When we feel that spiritual hunger, that longing for God, what we really need is not another fun activity. What we really need is time for quiet, time to rest and reflect, time with God, who is, after all, the reason for this season.
Advent is the Church’s answer to our spiritual hunger.
During the four weeks of Advent, which begins today, the Church invites us to prepare ourselves to celebrate Christ’s birth on Christmas. The task of Advent is to wait patiently. The mood of Advent is quiet hope and sober joy. As such, Advent can seem weirdly out of step with all the Christmas bustle. And that is good news when we are spiritually hungry.
Listen again to our readings, which all speak in their different ways to our spiritual hunger, to a painful sense of separation from God and a longing for God’s presence.
Isaiah laments that God seems to “have hidden your face from us.” The Psalmist says God has fed the people “with the bread of tears” and “given them bowls of tears to drink.” Paul encourages the Christians in Corinth to “wait for the revealing of our Lord Jesus Christ.” And immediately before our Gospel reading, Jesus warns his disciples at some length about a time of suffering that will come upon them when they look for Christ and see only false substitutes (13:5-23).
So far, our readings express our longing and our need for God. Thankfully, there is more. Thankfully they also offer hope.
After lamenting that God seems hidden, Isaiah prays that God will “come down… to make your name known.”
Three times, the Psalmist prays, “Restore us, O Lord God of hosts; show the light of your countenance and we shall be saved.”
Paul reminds his readers that God has “called [them] into the fellowship of his Son, Jesus Christ our Lord,” and “will…strengthen [them] to the end.”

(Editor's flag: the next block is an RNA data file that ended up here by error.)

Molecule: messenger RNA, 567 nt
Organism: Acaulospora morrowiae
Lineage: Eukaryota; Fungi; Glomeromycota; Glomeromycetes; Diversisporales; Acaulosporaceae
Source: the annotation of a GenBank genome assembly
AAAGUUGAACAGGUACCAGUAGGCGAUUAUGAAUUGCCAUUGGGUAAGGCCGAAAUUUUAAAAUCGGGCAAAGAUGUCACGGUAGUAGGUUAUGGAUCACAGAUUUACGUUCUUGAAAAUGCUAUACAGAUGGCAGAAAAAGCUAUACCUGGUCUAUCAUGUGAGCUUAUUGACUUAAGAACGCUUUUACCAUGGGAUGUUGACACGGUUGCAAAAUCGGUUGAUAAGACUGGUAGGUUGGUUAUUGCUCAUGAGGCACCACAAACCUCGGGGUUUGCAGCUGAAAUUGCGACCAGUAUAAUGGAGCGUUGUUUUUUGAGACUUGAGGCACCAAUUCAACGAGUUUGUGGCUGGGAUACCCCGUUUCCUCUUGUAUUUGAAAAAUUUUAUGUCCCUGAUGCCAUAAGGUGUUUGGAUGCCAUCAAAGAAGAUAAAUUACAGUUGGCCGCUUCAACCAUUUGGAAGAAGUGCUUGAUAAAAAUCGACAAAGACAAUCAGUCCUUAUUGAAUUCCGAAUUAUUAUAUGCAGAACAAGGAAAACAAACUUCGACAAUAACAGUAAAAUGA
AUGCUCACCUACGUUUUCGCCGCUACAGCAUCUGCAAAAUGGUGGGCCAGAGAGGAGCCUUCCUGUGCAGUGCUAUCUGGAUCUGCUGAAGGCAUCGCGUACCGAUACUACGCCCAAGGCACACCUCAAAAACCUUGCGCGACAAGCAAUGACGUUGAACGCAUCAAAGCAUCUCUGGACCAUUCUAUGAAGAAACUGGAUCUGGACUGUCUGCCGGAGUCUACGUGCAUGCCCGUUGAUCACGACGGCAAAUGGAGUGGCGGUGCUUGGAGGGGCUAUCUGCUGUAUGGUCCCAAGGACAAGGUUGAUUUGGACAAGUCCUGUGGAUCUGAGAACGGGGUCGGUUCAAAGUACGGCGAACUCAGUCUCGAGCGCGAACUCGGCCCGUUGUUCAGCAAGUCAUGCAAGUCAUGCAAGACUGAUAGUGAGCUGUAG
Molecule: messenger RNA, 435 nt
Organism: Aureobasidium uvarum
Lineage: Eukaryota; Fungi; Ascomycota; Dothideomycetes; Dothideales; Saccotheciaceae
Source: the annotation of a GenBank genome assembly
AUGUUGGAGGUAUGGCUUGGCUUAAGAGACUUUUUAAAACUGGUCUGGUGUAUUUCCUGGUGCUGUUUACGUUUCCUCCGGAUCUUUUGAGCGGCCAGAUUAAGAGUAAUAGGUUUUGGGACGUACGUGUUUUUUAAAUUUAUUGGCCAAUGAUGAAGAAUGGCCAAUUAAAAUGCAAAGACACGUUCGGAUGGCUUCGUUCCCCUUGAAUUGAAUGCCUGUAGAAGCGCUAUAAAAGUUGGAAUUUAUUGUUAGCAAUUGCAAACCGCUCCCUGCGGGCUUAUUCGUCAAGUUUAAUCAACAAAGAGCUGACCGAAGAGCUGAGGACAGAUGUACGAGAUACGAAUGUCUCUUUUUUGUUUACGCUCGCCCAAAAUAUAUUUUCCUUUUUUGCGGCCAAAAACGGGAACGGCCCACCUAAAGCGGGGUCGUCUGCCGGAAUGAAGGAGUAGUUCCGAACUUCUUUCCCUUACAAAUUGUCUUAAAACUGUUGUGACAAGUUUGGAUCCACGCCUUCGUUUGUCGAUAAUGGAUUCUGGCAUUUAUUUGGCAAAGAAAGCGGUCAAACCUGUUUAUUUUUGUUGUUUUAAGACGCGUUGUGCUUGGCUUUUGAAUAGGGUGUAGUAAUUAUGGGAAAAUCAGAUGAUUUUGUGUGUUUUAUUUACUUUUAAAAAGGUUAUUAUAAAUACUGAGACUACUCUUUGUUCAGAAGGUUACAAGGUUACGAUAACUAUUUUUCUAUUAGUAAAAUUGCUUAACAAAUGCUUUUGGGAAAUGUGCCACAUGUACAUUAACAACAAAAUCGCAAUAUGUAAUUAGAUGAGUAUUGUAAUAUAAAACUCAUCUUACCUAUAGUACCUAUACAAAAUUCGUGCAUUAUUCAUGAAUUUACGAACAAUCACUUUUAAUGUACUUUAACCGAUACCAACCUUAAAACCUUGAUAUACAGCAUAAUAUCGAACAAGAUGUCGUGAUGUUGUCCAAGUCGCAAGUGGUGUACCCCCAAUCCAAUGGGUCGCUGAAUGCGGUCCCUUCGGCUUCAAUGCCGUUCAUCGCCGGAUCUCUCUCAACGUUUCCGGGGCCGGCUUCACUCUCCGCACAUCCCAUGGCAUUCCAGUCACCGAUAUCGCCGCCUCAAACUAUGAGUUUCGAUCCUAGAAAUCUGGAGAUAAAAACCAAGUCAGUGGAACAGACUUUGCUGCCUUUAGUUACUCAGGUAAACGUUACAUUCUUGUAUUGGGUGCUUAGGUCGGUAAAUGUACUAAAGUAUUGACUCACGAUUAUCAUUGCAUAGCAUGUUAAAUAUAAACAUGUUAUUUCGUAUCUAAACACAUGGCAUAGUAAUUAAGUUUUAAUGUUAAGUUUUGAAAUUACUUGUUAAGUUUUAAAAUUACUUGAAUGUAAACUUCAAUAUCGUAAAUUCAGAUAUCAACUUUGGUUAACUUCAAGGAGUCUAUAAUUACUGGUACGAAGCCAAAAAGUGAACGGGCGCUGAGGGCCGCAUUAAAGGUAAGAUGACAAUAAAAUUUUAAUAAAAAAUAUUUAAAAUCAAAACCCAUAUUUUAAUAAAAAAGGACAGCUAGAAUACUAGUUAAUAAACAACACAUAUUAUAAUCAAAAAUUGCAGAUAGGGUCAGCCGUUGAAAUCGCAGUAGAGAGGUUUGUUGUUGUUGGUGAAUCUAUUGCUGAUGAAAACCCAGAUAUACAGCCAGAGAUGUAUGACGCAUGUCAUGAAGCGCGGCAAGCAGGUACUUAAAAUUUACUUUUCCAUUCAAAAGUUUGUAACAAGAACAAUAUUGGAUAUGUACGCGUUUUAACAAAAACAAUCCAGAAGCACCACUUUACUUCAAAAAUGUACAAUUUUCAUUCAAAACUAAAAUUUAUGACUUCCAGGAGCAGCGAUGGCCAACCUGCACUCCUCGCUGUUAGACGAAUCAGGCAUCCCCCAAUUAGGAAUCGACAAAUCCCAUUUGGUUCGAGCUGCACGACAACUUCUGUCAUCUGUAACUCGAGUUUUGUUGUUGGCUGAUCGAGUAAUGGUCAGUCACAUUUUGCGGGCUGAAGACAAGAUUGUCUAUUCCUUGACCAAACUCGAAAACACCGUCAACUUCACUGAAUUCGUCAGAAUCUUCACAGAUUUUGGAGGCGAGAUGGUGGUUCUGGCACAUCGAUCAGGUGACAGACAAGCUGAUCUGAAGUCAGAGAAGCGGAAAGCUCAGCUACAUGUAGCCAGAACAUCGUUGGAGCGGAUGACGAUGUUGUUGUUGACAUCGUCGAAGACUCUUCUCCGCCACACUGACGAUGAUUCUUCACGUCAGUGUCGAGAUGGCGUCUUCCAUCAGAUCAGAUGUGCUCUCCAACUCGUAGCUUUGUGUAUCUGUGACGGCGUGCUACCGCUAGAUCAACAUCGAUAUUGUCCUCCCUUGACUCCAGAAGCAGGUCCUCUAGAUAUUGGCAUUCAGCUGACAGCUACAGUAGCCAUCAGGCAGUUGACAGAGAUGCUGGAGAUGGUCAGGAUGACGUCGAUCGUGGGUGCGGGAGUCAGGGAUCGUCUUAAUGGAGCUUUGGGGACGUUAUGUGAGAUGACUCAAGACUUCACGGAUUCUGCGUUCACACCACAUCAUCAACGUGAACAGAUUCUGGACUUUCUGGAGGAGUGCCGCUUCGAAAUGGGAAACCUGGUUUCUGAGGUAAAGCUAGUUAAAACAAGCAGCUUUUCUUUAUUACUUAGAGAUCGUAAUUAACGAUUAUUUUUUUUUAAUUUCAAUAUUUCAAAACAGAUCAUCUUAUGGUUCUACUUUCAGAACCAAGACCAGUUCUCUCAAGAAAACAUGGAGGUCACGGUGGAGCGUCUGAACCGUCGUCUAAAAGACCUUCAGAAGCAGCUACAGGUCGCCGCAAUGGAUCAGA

And Jesus promises that we will eventually “see ‘the Son of Man coming in clouds’ with great power and glory.”
Our readings share an acknowledgment of our struggles, of our spiritual hunger, of our longing for a deeper and more intimate relationship with God.
And our readings all promise that our hunger will be satisfied, that God comes to meet us where we are, in the midst of our struggles and our failures, that we are destined for union with God in Christ. That’s the Advent message, the good news of this season.
As we begin this Advent season, I encourage you to pay attention to your spiritual hunger. I encourage you to seek ways and make time to truly satisfy that hunger. I encourage you consciously to wait, in faith and hope, for the God who comes to us, on Christmas morning, and indeed on every day.
And now, I invite you to stand and commit yourselves to a holy Advent season…..
Dear People of God,
I invite you, in the name of the Church, to the observance of a holy Advent. May you prepare the way of the Lord coming to us in the baby Jesus by turning away from cynicism and embracing hope. May your generosity in this season extend to those in need throughout the whole year. May you know God’s presence no matter how busy you are. Listen to the prophets around us who call for swords to be turned into plowshares and who invite us to honor the earth and the whole web of life. And, in the words of Saint Paul, may the God of hope fill you with all joy and peace in believing so that you may abound in hope by the power of the Holy Spirit.
Rev. Dr. Harvey Hill
Third Order Franciscan